Oil prices steadily ticked up in October and with the energy hungry winter months now upon us, the obvious thing for us to do is look at the situation in Chile. Pardon? Well at least it makes for an EU free report…
In terms of energy, Chile has some rather frightening parallels to the UK and our legislators should probably look, take note and learn. By most measures, Chile is South America’s wealthiest country, but in late September / early October, the country was struck by crippling power-cuts. 10m Chileans were plunged into darkness, traffic systems failed, medical centres closed and vital industries such as mining were shut down.
Like Britain, Chile increasingly has to rely on imported fossil fuels for its energy requirements and is now discovering to its expense, that being able to buy energy, does not necessarily equate to having energy security. For years, cheap gas was imported into Chile from Argentina (read continental Europe and Norway for the UK), but Argentina have been bumping up prices since their economy recovered from IMF default in the 1990’s. At first, higher prices were tolerated (and could be afforded by Chile), but as local Argentinean demand soared, the taps to Chile have simply been switched off. At the same time, diplomatic disputes with Bolivia and Peru make extensive imports of gas from these countries rather tricky – a little like our issues around sourcing extensive gas from Russia.
So what other alternatives does Chile have? Nuclear energy is off-limits because of the threat of earthquakes (the UK just has the tremors of Government policy to deal with). Hydro-power is a viable option for Chile, currently powering 40% of electricity production. But growth is hamstrung by green interests (sound familiar?), who to date have successfully prevented further hydro-builds in the rain-drenched national parks of the south (a climate and landscape not unlike Scotland). The powerful environmental lobby also won its 2010 battle to get plans for 2 coal-fired power stations scrapped. This largely leaves Chile with the power of the sun and projects around the searing Atacama desert are now being ramped up with alacrity. Britain’s sunniest region of course is the mildly damp English Riviera and without wanting to state the obvious, Torquay is not the Atacama.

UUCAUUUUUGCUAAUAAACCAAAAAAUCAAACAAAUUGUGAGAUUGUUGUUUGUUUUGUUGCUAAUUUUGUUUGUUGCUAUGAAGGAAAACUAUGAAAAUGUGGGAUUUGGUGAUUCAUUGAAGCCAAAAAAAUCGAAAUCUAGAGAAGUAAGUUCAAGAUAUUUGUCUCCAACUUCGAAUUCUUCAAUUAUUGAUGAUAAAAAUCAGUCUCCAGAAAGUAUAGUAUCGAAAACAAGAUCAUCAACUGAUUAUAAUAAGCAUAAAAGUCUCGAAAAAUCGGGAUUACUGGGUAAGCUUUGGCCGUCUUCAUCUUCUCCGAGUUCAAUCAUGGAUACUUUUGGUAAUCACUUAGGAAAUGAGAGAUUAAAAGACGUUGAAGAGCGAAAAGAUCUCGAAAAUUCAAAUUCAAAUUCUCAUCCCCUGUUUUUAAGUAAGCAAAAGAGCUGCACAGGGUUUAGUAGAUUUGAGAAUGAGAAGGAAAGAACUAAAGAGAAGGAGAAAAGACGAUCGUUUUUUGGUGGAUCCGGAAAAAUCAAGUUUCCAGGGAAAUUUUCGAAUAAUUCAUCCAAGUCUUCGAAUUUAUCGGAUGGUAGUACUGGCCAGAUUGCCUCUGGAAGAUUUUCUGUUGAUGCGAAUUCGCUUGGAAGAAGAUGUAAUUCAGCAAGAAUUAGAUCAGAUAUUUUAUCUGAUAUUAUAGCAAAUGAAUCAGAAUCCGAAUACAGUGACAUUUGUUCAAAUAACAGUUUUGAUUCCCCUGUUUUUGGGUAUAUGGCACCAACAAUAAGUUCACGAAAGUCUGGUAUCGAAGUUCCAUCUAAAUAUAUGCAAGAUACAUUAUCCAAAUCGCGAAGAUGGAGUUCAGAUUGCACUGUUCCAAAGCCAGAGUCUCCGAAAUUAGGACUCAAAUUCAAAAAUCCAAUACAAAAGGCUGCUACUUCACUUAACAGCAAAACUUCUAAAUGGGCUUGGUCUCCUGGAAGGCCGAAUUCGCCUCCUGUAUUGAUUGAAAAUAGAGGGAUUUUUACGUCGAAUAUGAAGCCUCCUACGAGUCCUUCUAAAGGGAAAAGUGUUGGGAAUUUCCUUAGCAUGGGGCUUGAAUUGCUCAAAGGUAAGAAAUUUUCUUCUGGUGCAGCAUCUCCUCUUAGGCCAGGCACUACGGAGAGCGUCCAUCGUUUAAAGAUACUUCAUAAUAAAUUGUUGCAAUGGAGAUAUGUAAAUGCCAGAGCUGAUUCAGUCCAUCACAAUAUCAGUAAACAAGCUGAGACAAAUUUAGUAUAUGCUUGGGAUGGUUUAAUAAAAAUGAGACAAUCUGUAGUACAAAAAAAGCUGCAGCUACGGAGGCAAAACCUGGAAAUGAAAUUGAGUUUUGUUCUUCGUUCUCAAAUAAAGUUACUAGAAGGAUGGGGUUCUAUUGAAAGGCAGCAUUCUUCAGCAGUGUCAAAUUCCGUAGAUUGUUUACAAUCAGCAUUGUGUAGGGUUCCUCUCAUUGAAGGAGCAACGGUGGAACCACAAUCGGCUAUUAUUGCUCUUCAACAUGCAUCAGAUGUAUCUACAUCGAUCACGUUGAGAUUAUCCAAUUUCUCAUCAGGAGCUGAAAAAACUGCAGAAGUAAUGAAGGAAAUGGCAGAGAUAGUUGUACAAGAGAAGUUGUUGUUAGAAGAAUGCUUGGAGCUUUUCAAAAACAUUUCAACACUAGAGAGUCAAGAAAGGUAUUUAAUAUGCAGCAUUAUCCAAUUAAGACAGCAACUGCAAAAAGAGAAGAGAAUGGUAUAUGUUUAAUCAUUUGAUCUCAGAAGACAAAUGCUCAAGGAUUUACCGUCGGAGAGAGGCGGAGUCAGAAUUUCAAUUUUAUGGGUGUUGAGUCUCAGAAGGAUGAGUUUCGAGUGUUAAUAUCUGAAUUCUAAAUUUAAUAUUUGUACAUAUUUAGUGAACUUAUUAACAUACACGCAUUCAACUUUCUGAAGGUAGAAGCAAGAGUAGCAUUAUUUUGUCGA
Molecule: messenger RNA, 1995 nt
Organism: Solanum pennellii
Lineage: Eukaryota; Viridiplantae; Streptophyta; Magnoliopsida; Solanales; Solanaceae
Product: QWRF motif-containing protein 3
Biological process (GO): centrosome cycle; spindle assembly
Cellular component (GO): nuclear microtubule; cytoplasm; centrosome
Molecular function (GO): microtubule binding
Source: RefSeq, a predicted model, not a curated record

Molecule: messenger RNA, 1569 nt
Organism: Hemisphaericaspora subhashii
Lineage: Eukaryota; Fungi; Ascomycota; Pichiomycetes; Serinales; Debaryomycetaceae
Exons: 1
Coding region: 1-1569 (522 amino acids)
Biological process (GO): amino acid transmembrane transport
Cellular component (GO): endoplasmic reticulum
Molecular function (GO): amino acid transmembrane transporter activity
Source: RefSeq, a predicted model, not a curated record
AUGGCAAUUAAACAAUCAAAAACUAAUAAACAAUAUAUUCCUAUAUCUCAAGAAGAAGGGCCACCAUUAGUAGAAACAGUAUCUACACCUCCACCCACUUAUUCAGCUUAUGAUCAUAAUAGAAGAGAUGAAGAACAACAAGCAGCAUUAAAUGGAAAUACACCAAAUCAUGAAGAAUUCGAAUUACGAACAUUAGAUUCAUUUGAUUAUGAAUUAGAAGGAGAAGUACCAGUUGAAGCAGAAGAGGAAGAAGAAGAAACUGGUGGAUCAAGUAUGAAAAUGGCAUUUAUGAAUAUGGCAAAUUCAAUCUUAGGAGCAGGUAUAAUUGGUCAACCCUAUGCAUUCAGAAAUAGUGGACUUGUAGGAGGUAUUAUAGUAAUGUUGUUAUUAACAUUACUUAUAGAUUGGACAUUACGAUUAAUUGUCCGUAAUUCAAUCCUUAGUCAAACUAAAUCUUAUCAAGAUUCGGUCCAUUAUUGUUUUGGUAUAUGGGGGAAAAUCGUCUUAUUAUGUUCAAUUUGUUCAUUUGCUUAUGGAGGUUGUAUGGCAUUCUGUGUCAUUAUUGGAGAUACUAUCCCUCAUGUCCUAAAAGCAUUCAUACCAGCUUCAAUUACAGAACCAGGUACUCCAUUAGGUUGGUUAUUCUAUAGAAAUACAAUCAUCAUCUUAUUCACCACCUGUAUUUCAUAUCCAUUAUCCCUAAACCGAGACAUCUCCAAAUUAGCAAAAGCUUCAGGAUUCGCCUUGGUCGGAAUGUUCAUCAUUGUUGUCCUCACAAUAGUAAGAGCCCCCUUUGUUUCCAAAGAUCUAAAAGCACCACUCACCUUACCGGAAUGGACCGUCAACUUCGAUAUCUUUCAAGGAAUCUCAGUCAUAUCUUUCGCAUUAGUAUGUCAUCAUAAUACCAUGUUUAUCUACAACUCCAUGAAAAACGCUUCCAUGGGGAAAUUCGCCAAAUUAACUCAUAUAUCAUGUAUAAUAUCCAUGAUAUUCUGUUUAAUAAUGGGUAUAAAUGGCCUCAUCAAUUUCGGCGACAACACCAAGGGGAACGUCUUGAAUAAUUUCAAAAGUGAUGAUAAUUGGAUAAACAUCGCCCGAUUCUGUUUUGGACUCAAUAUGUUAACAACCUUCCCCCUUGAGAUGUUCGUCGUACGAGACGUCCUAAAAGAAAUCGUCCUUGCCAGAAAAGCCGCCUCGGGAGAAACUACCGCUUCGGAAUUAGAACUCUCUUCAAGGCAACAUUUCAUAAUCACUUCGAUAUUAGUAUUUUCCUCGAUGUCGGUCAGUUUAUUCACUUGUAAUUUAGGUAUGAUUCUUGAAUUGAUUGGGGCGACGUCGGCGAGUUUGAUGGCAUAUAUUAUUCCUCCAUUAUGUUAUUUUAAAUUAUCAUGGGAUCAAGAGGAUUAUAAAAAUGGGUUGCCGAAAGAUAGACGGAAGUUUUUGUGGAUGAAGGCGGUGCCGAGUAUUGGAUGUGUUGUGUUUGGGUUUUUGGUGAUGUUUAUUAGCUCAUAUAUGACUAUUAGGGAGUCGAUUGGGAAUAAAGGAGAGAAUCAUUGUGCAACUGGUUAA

So in a month when published figures showed that Britain has only 14 days of spare gas storage, compared to France’s 90 days and 70 days in Germany. Plus with the knowledge that we are the 6th biggest importer of electricity in the world, perhaps it is time to take stock. If an energy crunch is coming over the next 20 years – and worldwide demand growth predictions of 12% for oil and 44% for gas, would indicate this to be the case – Britain seems ill-equipped to deal with it.
For too long, UK energy policy has been seen as a backwater for the UK Government and its politicians – a bizarre paradox, considering the importance of energy production to the UK’s wealth over the last 50 years. Perhaps though that is the point; because the UK has never had to worry about energy, policy making has often been short-term and ad-hoc. But times have changed and Britain finds itself a net importer of energy, using more than it can produce. Solutions are clearly complex and in a modern democracy, must take account of all viewpoints. But a grasping of the seriousness of the problem would be a first major step and most pointers would suggest that the process of recognising our energy vulnerability is at an extremely nascent stage.